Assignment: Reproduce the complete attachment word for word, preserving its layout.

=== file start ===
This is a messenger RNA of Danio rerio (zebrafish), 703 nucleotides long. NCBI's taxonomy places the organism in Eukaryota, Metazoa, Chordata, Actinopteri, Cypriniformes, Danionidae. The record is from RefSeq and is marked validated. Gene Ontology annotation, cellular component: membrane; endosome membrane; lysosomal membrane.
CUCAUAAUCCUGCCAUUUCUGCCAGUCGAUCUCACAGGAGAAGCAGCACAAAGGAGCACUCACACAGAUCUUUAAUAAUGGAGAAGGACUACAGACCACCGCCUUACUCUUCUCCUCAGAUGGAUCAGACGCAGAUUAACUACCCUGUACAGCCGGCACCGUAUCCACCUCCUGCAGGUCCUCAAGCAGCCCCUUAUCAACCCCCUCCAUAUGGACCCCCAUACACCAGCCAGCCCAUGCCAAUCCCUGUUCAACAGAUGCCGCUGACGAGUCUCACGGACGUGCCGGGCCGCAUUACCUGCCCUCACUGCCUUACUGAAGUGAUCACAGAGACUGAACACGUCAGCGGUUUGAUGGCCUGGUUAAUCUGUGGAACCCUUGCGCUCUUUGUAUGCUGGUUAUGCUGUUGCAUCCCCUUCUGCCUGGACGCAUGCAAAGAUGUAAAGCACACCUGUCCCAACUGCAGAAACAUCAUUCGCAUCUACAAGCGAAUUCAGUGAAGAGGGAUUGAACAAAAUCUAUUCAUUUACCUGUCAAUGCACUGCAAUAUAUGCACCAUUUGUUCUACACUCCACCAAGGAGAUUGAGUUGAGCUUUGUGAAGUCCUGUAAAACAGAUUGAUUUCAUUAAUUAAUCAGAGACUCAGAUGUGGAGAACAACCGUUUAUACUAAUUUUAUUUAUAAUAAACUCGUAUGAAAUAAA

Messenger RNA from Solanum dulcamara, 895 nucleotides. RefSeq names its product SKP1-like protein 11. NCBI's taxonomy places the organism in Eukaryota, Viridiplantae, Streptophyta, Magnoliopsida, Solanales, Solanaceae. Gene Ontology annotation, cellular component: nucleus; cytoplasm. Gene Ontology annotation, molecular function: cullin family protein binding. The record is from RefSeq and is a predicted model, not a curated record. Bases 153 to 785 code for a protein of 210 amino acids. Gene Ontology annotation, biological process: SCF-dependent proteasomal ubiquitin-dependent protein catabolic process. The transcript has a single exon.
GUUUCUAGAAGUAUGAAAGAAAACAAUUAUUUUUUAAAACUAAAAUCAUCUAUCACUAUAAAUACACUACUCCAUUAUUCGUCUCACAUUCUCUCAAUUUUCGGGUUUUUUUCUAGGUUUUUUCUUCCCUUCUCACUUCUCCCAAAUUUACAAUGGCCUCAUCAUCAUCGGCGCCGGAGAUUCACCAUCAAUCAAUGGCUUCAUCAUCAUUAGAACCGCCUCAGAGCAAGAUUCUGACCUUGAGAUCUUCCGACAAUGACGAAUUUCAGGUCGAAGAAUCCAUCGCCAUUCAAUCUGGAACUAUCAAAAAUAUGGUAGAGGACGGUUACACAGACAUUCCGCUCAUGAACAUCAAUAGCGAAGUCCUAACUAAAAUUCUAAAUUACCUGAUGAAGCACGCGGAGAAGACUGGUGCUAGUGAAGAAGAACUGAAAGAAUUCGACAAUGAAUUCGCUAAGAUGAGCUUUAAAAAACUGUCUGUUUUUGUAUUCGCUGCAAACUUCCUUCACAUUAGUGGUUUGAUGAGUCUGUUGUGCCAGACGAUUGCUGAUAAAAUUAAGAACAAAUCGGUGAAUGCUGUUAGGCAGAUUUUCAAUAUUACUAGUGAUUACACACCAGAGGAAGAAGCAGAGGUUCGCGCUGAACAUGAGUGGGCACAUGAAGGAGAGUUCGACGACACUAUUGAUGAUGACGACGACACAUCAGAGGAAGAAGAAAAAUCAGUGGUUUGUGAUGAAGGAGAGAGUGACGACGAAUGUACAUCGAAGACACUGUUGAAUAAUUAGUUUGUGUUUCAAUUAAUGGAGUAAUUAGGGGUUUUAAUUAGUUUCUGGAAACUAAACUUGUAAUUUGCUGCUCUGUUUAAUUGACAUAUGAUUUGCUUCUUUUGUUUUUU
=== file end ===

This is a messenger RNA of Danio rerio (zebrafish), 703 nucleotides long. NCBI's taxonomy places the organism in Eukaryota, Metazoa, Chordata, Actinopteri, Cypriniformes, Danionidae. The record is from RefSeq and is marked validated. Gene Ontology annotation, cellular component: membrane; endosome membrane; lysosomal membrane.
CUCAUAAUCCUGCCAUUUCUGCCAGUCGAUCUCACAGGAGAAGCAGCACAAAGGAGCACUCACACAGAUCUUUAAUAAUGGAGAAGGACUACAGACCACCGCCUUACUCUUCUCCUCAGAUGGAUCAGACGCAGAUUAACUACCCUGUACAGCCGGCACCGUAUCCACCUCCUGCAGGUCCUCAAGCAGCCCCUUAUCAACCCCCUCCAUAUGGACCCCCAUACACCAGCCAGCCCAUGCCAAUCCCUGUUCAACAGAUGCCGCUGACGAGUCUCACGGACGUGCCGGGCCGCAUUACCUGCCCUCACUGCCUUACUGAAGUGAUCACAGAGACUGAACACGUCAGCGGUUUGAUGGCCUGGUUAAUCUGUGGAACCCUUGCGCUCUUUGUAUGCUGGUUAUGCUGUUGCAUCCCCUUCUGCCUGGACGCAUGCAAAGAUGUAAAGCACACCUGUCCCAACUGCAGAAACAUCAUUCGCAUCUACAAGCGAAUUCAGUGAAGAGGGAUUGAACAAAAUCUAUUCAUUUACCUGUCAAUGCACUGCAAUAUAUGCACCAUUUGUUCUACACUCCACCAAGGAGAUUGAGUUGAGCUUUGUGAAGUCCUGUAAAACAGAUUGAUUUCAUUAAUUAAUCAGAGACUCAGAUGUGGAGAACAACCGUUUAUACUAAUUUUAUUUAUAAUAAACUCGUAUGAAAUAAA

Messenger RNA from Solanum dulcamara, 895 nucleotides. RefSeq names its product SKP1-like protein 11. NCBI's taxonomy places the organism in Eukaryota, Viridiplantae, Streptophyta, Magnoliopsida, Solanales, Solanaceae. Gene Ontology annotation, cellular component: nucleus; cytoplasm. Gene Ontology annotation, molecular function: cullin family protein binding. The record is from RefSeq and is a predicted model, not a curated record. Bases 153 to 785 code for a protein of 210 amino acids. Gene Ontology annotation, biological process: SCF-dependent proteasomal ubiquitin-dependent protein catabolic process. The transcript has a single exon.
GUUUCUAGAAGUAUGAAAGAAAACAAUUAUUUUUUAAAACUAAAAUCAUCUAUCACUAUAAAUACACUACUCCAUUAUUCGUCUCACAUUCUCUCAAUUUUCGGGUUUUUUUCUAGGUUUUUUCUUCCCUUCUCACUUCUCCCAAAUUUACAAUGGCCUCAUCAUCAUCGGCGCCGGAGAUUCACCAUCAAUCAAUGGCUUCAUCAUCAUUAGAACCGCCUCAGAGCAAGAUUCUGACCUUGAGAUCUUCCGACAAUGACGAAUUUCAGGUCGAAGAAUCCAUCGCCAUUCAAUCUGGAACUAUCAAAAAUAUGGUAGAGGACGGUUACACAGACAUUCCGCUCAUGAACAUCAAUAGCGAAGUCCUAACUAAAAUUCUAAAUUACCUGAUGAAGCACGCGGAGAAGACUGGUGCUAGUGAAGAAGAACUGAAAGAAUUCGACAAUGAAUUCGCUAAGAUGAGCUUUAAAAAACUGUCUGUUUUUGUAUUCGCUGCAAACUUCCUUCACAUUAGUGGUUUGAUGAGUCUGUUGUGCCAGACGAUUGCUGAUAAAAUUAAGAACAAAUCGGUGAAUGCUGUUAGGCAGAUUUUCAAUAUUACUAGUGAUUACACACCAGAGGAAGAAGCAGAGGUUCGCGCUGAACAUGAGUGGGCACAUGAAGGAGAGUUCGACGACACUAUUGAUGAUGACGACGACACAUCAGAGGAAGAAGAAAAAUCAGUGGUUUGUGAUGAAGGAGAGAGUGACGACGAAUGUACAUCGAAGACACUGUUGAAUAAUUAGUUUGUGUUUCAAUUAAUGGAGUAAUUAGGGGUUUUAAUUAGUUUCUGGAAACUAAACUUGUAAUUUGCUGCUCUGUUUAAUUGACAUAUGAUUUGCUUCUUUUGUUUUUU